Earthquake Risk and Engineering towards a Resilient World

9 - 10 July 2015, Homerton College, Cambridge, UK


SECED 2015 was a two-day conference on Earthquake and Civil Engineering Dynamics that took place on 9-10th July 2015 at Homerton College, Cambridge.

This was the first major conference to be held in the UK on this topic since SECED hosted the 2002 European Conference on Earthquake Engineering in London.

The conference brought together experts from a broad range of disciplines, including structural engineering, nuclear engineering, seismology, geology, geotechnical engineering, urban development, social sciences, business and insurance; all focused on risk, mitigation and recovery.

Conference themes

  • Geotechnical earthquake engineering
  • Seismic design for nuclear facilities
  • Seismic hazard and engineering seismology
  • Masonry structures
  • Risk and catastrophe modelling
  • Vibrations, blast and civil engineering dynamics
  • Dams and hydropower
  • Seismic assessment and retrofit of engineered and non-engineered structures
  • Social impacts and community recovery

Keynote speakers

SECED 2015 featured the following keynote speakers (affiliations correct at the time of the conference):

  • Peter Ford and Tim Allmark, Office for Nuclear Regulation, UK
  • Don Anderson, CH2M HILL, Seattle, USA
  • Bernard Dost, Royal Netherlands Meteorological Institute, The Netherlands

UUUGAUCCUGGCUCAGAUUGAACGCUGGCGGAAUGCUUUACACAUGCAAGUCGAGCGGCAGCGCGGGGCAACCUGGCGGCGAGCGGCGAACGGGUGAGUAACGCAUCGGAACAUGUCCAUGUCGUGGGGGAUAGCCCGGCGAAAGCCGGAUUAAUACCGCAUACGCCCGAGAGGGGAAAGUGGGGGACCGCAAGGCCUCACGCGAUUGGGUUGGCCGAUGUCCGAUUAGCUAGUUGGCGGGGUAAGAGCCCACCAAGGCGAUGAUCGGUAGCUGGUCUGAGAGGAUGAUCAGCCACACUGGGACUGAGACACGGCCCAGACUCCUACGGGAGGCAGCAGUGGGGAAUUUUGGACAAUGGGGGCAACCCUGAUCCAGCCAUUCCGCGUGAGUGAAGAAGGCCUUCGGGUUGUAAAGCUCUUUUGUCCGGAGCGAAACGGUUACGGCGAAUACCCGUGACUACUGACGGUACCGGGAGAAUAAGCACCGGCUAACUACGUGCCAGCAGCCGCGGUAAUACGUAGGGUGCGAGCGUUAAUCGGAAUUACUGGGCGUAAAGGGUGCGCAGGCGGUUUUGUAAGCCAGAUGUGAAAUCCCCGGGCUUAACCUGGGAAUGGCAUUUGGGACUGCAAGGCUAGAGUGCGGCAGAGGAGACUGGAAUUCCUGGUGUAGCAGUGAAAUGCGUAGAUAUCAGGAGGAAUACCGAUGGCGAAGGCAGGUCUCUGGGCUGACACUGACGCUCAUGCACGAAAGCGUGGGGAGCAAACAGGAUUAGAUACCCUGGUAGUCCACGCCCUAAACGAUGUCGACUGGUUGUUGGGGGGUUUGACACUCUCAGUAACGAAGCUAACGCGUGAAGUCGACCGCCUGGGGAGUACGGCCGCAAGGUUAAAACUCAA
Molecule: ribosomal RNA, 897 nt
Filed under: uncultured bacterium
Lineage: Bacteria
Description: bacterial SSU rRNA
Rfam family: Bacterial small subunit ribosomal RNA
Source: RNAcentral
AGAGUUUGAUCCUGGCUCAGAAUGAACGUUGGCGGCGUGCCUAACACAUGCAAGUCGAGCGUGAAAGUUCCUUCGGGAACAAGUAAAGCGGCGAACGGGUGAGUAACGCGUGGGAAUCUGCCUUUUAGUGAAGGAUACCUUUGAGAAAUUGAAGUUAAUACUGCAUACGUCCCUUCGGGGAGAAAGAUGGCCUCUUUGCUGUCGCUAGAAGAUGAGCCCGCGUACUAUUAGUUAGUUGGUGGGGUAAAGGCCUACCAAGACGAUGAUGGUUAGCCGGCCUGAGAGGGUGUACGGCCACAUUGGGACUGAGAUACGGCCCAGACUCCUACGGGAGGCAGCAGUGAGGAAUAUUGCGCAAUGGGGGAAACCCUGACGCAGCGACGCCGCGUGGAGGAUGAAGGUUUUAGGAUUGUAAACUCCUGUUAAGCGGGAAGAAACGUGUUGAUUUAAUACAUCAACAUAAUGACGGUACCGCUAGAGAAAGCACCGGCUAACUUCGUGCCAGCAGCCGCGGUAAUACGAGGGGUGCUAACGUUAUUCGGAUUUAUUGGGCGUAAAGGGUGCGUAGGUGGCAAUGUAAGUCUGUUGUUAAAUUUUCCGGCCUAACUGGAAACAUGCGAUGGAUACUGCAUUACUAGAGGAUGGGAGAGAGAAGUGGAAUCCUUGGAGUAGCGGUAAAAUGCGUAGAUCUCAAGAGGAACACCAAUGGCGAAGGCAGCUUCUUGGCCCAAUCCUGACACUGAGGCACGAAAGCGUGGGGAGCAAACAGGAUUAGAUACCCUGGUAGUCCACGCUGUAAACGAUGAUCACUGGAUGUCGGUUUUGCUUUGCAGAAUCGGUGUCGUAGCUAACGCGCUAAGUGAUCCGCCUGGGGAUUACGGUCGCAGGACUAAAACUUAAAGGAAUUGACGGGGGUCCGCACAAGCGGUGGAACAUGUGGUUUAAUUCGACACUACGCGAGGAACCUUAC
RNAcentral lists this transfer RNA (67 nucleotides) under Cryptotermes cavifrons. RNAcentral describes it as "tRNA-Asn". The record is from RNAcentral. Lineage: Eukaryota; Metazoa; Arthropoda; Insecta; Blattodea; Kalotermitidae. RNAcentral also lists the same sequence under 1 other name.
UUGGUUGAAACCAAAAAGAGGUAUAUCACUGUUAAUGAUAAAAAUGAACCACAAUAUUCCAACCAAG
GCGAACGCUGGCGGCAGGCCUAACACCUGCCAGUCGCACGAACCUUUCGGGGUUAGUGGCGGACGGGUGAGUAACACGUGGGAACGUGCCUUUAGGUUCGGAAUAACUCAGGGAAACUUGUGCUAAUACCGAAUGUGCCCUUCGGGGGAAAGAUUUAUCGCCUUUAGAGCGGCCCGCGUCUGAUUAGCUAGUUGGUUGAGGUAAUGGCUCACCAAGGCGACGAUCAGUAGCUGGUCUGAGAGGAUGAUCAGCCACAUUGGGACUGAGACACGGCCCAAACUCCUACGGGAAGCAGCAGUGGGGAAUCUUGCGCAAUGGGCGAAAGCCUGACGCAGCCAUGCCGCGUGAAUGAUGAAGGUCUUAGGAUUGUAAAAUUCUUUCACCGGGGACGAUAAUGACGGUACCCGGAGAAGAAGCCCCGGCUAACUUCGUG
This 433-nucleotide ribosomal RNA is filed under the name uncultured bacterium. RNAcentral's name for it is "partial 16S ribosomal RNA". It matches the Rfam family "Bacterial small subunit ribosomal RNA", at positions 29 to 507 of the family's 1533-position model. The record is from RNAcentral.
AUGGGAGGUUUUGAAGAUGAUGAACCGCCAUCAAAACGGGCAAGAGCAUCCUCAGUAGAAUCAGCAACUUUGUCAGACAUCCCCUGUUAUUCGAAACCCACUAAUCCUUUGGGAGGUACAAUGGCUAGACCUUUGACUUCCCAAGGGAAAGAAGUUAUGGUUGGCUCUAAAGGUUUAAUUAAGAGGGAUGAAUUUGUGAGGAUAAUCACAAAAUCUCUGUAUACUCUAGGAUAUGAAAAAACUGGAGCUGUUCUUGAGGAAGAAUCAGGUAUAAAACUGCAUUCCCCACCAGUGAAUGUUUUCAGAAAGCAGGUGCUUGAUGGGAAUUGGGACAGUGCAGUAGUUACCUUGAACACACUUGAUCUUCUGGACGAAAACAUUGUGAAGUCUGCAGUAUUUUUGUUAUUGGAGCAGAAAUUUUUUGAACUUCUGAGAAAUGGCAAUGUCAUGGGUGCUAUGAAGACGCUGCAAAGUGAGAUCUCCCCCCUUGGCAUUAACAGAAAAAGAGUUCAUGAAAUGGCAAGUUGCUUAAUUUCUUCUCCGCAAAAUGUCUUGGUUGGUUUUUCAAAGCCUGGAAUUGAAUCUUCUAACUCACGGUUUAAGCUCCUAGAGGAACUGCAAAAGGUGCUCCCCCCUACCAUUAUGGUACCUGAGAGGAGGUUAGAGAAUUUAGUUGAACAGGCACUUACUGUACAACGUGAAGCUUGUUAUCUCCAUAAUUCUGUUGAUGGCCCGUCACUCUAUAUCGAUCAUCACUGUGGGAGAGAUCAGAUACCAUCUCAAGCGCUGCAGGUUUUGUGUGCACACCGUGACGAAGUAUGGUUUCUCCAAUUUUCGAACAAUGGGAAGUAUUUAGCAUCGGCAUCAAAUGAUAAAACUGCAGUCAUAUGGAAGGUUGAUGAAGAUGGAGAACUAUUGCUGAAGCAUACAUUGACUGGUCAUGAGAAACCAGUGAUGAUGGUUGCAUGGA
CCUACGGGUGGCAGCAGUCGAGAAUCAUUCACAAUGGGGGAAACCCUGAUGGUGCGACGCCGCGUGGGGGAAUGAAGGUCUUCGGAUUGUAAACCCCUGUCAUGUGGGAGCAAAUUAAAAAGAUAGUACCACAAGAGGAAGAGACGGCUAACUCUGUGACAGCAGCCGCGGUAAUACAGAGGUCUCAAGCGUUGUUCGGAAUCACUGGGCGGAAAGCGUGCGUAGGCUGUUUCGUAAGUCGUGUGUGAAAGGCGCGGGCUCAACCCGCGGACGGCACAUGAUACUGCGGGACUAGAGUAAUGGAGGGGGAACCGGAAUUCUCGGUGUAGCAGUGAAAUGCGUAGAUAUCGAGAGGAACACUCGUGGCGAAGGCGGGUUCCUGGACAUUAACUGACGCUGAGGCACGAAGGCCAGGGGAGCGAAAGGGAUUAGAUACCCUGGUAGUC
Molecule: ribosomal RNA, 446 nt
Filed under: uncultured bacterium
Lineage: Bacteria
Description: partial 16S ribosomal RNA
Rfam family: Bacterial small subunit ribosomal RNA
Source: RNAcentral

• Anne Kiremidjian, Stanford University, USA
  • Rob May, Golder Associates, Australia
  • Tiziana Rossetto, University College London, UK
  • Andrew Whittaker, University at Buffalo, USA
  • Mike Willford, Arup, The Netherlands

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Peru has a wealth of historic earthen architecture built after the arrival of the Spanish in the 16th century. However, little is known about the seismic behaviour of these buildings. This paper presents a decision-tree based diagnostic approach aimed at identifying the vulnerability of two traditional earthen buildings, and locating areas where strengthening can be implemented. The diagnosis is carried out in two stages; a preliminary diagnosis based on onsite observations, and a detailed, more quantitative diagnosis based on results of numerical analysis and experimental testing. At each stage, four parameters are assessed; the initial structural concept, the interaction between structural components, the quality of the connections, and the quality of the structural fabric. The effect of deterioration, and how this influences the other variables is also considered. The approach has been applied to two types of historic earthen buildings in Peru with very different structural systems. It is shown to be applicable to both building types, with only minor adaptations, and has proven to be a useful tool for identifying vulnerable aspects of the building.

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